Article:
[review] Adrift

Adrift screenshot
genre sci-fi
creator Tall Tales Productions
summary The human controller of an undersea utopia wakes, unable to control his systems.


Bluetide, an undersea utopia, controlled by the subconscious thoughts of a human supervisor kept in a sensory deprivation chamber. One day, the supervisor suddenly wakes up, unable to access nearly all subsystems. With only four decrepit robots at his command, he must try to find out what happened and regain his command over the system.

After a short description of the capabilities of each of the robots, you’re thrown into the deep end. Each of the robots can be moved around the map and ‘interact’ at each location. At some point you’ll accidentally stumble upon the right combinations of robots and locations to proceed.

Fumbling around with the robots eventually leads you into one of four possible routes (or a generic bad end). Each route starts with the supervisor recruiting the help of a different girl. My initial impressions of these girls were: suspicious, violently hostile, insane, evil schemer.

Branching in Adrift is a mess. Which ending you get isn’t determined by logical cause and effect, but by the power of flattery. Some events play out differently based on how much you’ve flattered the main girl of your route, even if that makes little sense story-wise. Worse, most bad endings give no indication of what you’ve done wrong. One of the good endings requires a decision so counter-intuitive and hard to find that it’s basically impossible without the guide.

The plot regularly gets bogged down in excessive techno babble. I don’t mind some technical details, but too often the main plot was being postponed in favor of going into unnecessary depth.

Major events and problems stay the same for each of the four routes, only the approach to solving them changes. It makes for a rather dull second, third, etc. playthrough, playing through all the routes, trying to unlock the final ending. One of the four routes actually tells almost the whole story, but the others end with an unsatisfying fizzle, leaving important mysteries unresolved. A final ‘harem’ ending is unlocked after getting every normal/good ending. It’s supposed to tie up some final loose ends, but ends up being pulled straight out of someone’s ass.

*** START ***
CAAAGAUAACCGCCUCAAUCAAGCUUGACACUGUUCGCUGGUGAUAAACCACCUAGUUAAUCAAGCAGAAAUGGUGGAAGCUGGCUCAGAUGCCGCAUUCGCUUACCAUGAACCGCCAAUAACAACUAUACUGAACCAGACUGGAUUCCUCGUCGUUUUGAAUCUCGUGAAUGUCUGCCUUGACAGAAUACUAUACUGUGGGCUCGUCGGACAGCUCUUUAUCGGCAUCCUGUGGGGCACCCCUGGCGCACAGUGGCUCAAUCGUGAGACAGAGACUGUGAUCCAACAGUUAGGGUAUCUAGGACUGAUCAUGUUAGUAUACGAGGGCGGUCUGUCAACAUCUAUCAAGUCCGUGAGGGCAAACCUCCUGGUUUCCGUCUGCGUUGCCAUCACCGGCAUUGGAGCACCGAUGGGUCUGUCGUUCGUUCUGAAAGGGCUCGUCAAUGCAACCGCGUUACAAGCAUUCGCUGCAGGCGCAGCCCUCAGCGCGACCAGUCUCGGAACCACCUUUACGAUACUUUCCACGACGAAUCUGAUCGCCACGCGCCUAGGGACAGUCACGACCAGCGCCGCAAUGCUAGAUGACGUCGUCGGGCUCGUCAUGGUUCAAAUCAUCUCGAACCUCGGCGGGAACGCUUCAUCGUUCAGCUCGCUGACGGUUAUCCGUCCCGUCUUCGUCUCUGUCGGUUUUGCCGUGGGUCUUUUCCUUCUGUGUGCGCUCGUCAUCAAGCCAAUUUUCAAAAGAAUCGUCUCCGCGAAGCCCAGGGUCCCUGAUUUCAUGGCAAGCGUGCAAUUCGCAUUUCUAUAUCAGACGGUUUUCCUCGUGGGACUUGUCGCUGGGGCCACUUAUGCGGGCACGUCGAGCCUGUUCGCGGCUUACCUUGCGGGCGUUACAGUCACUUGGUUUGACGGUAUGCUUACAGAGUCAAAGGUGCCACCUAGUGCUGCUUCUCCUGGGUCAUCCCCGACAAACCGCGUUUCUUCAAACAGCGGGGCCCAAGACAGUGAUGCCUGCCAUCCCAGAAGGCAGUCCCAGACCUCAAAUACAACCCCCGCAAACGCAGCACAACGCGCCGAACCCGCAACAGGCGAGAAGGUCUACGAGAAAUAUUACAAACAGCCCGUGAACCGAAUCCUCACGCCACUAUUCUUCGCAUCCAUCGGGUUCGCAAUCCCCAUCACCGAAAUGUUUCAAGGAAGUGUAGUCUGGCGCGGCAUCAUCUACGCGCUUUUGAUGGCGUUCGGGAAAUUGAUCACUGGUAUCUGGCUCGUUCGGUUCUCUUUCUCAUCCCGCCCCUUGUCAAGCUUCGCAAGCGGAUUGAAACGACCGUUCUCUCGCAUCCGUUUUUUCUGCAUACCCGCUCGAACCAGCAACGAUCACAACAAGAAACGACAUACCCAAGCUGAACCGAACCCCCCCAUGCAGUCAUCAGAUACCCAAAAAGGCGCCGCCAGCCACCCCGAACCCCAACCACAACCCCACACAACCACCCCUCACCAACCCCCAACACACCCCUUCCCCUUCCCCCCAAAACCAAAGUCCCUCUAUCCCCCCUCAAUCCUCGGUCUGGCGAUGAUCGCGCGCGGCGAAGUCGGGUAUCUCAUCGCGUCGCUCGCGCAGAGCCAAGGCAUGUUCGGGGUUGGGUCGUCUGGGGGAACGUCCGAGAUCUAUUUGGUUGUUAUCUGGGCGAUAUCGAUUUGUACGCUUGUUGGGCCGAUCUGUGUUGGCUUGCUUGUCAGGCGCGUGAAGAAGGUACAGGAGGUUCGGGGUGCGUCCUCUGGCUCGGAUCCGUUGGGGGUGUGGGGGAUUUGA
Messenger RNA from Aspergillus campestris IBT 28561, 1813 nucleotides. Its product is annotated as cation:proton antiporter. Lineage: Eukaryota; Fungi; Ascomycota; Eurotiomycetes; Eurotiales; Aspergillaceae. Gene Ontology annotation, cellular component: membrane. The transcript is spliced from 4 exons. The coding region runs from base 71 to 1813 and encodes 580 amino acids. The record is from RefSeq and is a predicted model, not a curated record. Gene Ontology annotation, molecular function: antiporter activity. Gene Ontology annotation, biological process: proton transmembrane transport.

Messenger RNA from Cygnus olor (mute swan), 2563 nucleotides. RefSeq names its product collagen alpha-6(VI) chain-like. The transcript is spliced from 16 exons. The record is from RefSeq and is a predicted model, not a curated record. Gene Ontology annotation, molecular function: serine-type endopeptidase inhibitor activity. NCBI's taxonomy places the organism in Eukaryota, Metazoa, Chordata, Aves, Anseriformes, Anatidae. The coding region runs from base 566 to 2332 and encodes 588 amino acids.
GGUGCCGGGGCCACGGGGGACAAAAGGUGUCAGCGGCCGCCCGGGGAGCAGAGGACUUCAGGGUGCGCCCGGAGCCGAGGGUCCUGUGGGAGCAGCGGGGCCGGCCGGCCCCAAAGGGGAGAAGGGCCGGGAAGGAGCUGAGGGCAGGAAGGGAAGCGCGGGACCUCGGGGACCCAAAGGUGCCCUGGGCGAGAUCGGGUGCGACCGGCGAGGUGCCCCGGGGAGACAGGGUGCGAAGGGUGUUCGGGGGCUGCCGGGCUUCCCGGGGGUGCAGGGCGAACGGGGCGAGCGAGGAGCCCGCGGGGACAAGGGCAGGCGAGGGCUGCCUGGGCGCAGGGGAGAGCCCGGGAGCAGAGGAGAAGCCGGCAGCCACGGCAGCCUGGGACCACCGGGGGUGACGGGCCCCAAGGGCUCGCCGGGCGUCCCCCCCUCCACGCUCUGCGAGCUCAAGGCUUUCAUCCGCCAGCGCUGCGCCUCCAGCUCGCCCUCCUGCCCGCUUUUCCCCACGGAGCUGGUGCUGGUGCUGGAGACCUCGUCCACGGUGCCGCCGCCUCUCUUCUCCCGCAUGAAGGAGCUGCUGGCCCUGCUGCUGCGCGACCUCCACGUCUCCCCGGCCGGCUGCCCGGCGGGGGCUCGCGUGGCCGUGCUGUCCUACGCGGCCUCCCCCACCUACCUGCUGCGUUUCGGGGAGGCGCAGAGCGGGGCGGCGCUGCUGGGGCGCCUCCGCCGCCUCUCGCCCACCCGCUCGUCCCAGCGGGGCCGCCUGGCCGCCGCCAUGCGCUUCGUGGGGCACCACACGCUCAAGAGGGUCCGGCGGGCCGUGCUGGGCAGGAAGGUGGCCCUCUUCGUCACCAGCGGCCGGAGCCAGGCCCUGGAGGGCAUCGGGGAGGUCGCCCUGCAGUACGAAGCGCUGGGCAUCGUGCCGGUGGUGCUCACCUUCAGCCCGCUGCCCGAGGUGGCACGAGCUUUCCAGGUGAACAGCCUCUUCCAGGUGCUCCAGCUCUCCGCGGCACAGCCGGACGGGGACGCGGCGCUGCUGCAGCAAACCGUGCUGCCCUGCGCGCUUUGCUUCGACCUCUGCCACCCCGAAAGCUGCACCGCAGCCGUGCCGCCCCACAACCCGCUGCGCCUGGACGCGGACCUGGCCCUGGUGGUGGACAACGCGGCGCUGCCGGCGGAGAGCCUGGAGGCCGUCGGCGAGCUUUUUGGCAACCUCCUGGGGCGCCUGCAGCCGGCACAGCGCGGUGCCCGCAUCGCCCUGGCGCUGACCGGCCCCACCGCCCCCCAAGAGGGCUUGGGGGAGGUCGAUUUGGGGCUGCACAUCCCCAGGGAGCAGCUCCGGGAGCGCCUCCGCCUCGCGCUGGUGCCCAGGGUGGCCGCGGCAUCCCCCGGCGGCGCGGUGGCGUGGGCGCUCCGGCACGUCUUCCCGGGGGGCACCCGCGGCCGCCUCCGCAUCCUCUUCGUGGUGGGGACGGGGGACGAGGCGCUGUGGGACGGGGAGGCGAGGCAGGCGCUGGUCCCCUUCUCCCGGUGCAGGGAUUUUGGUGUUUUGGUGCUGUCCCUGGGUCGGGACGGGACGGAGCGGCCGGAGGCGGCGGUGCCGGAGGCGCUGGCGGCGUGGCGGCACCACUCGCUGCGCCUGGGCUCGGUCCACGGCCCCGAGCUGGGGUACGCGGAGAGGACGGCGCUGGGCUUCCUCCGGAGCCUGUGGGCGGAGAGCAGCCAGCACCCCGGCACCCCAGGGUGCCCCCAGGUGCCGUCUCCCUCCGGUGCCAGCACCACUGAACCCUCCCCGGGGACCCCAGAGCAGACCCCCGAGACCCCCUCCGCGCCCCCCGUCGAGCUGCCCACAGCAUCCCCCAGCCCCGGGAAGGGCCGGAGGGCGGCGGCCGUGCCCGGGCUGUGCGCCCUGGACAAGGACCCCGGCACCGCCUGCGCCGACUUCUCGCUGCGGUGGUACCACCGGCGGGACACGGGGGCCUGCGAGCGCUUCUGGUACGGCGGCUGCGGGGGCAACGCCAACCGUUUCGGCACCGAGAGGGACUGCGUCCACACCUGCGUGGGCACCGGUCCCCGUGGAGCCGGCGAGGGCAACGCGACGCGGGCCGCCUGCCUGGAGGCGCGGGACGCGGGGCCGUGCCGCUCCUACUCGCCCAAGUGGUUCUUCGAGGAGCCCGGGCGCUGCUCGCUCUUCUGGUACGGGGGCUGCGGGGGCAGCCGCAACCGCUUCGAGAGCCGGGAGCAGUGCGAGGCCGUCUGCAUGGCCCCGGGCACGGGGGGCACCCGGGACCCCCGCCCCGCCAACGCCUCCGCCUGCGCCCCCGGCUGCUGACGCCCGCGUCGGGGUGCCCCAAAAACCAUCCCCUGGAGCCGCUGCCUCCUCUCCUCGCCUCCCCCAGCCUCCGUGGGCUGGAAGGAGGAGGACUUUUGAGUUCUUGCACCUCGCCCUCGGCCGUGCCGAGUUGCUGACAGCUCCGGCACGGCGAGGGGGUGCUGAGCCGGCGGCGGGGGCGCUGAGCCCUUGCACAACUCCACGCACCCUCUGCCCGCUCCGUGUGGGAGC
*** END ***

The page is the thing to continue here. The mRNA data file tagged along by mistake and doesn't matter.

I would have liked Adrift a lot better if the branching made more sense and it wasn’t so pointlessly hard. Four, roughly similar routes are too much, especially with three endings for each one. The final ending forces you to play through the whole thing, with a promise of some resolution on which it doesn’t deliver.


The backgrounds are passable, functional but not particularly pleasant to look at. Sprites are a bit better, though as is often the case they have only one pose. The robots look kinda shitty and their shading doesn’t match the rest of the artwork. Each route ends with an event CG of about the same quality level as the sprites.

Music, though stock, is quite nice. The opening credits are accompanied by a voice explaining the basic concept of Bluetide. Subtitles are unfortunately lacking for this part.

The user interface for controlling the robots is a mess, incredibly inefficient and at times misleading. The process is as follows: select a robot, it tells you where it is, a map screen appears, click on where you want the robot to go, robot tells you it has arrived. The robot doesn’t need to tell its location, especially not twice — that’s redundant information. It gets worse though. To make, say PAU talk to Erika you need to do this: Click PAU, PAU tells you its location, click on the mediacal center, PAU tells you its location, click PAU, PAU tells you its location, click interact on the map screen and finally your dialogue options appear. What it should have been is: Click PAU, click medical center and your dialogue options appear automatically.

The choices are often multiline and centered, an unholy combination of awful. If you write the explanations into the dialogue before the choice, it avoids having to write a short novel inside each choice button.


The beginning is frustrating (lack of explanation), so is the middle (opaque winning conditions) and the end (anticlimactic, explanation weak). The writing is otherwise pretty decent, though with a tendency to get sidetracked in technical explanations. By the second or third route, there are few surprises left and reading becomes a chore.

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